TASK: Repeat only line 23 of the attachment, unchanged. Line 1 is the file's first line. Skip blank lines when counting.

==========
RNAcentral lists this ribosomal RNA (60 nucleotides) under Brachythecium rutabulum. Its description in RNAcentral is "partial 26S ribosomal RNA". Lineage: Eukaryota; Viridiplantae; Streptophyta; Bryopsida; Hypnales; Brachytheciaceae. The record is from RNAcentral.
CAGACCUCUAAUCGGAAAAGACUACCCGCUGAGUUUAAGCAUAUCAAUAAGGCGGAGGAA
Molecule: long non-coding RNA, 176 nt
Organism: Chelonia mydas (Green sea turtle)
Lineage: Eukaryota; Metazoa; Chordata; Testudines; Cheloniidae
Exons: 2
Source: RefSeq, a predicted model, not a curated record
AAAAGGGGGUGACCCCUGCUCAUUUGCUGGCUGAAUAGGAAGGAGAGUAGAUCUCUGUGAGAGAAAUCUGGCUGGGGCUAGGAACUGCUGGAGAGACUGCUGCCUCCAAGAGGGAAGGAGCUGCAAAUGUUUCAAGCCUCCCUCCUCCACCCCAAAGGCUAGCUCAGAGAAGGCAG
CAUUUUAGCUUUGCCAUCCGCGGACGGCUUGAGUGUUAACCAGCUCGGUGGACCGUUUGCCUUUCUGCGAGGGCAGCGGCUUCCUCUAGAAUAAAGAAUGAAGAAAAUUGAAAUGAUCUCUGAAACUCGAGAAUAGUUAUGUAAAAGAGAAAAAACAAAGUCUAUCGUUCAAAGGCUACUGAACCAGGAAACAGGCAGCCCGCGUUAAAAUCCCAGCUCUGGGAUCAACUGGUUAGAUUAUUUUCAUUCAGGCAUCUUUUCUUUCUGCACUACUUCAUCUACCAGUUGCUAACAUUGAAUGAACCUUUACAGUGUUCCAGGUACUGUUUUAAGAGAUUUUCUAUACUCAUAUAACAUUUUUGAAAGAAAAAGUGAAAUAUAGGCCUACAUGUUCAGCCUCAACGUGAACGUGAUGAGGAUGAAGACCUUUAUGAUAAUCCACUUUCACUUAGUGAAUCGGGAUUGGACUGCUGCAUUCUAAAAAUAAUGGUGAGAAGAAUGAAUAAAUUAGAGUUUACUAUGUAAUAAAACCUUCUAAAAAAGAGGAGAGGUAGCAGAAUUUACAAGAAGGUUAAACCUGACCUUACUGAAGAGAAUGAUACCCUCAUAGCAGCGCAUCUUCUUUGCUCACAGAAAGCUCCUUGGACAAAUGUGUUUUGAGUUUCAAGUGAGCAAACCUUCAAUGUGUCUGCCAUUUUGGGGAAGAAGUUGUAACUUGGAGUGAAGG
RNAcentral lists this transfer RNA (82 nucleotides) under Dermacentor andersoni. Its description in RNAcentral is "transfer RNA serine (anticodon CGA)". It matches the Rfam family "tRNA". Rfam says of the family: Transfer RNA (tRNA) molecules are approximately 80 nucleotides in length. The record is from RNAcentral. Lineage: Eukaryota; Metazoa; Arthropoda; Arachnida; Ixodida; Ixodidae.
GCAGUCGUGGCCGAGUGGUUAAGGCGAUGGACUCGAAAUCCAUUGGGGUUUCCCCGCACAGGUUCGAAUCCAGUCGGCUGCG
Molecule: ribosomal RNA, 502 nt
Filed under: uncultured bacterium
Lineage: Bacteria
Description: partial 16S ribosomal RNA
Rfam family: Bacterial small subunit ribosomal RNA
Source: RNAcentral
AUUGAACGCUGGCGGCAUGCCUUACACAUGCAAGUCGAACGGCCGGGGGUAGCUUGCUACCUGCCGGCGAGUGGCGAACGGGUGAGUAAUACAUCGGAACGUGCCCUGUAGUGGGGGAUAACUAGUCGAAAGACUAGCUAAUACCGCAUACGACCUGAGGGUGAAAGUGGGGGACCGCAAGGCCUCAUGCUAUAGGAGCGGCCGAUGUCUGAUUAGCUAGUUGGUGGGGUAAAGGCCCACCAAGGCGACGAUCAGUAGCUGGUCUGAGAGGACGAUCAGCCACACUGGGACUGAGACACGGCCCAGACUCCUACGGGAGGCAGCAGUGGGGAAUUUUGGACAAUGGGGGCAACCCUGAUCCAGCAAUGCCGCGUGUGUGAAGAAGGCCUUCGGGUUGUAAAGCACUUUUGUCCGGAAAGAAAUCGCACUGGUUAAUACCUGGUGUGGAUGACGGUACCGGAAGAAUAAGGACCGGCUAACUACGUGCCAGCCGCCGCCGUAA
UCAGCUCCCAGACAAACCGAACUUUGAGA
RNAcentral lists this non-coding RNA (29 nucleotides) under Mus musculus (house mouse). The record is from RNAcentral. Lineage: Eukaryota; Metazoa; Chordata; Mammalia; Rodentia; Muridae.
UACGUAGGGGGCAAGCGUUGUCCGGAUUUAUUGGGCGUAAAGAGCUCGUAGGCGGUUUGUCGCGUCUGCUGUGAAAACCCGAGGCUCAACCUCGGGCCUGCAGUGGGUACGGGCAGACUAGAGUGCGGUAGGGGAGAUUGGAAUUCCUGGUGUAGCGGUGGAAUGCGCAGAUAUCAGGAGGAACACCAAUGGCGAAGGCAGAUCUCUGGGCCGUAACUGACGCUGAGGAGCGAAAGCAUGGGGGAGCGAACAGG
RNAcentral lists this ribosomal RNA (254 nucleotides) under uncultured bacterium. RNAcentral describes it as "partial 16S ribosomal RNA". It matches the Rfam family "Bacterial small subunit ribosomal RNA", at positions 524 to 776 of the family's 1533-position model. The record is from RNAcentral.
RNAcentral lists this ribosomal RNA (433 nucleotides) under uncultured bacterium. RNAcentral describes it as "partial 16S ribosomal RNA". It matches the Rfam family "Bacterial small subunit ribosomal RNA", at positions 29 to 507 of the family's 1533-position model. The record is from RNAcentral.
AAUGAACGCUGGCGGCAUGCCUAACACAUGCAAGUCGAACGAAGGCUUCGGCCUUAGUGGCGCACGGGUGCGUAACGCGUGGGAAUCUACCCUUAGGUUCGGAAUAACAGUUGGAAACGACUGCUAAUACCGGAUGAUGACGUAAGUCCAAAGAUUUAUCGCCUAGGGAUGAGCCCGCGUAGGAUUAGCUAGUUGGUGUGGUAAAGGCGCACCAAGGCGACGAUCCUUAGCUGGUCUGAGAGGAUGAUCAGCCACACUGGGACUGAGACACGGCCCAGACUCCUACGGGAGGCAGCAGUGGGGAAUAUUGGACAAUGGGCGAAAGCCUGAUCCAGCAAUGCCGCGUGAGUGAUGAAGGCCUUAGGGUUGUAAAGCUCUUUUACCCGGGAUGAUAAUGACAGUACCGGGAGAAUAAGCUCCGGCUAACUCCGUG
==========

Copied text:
RNAcentral lists this ribosomal RNA (433 nucleotides) under uncultured bacterium. RNAcentral describes it as "partial 16S ribosomal RNA". It matches the Rfam family "Bacterial small subunit ribosomal RNA", at positions 29 to 507 of the family's 1533-position model. The record is from RNAcentral.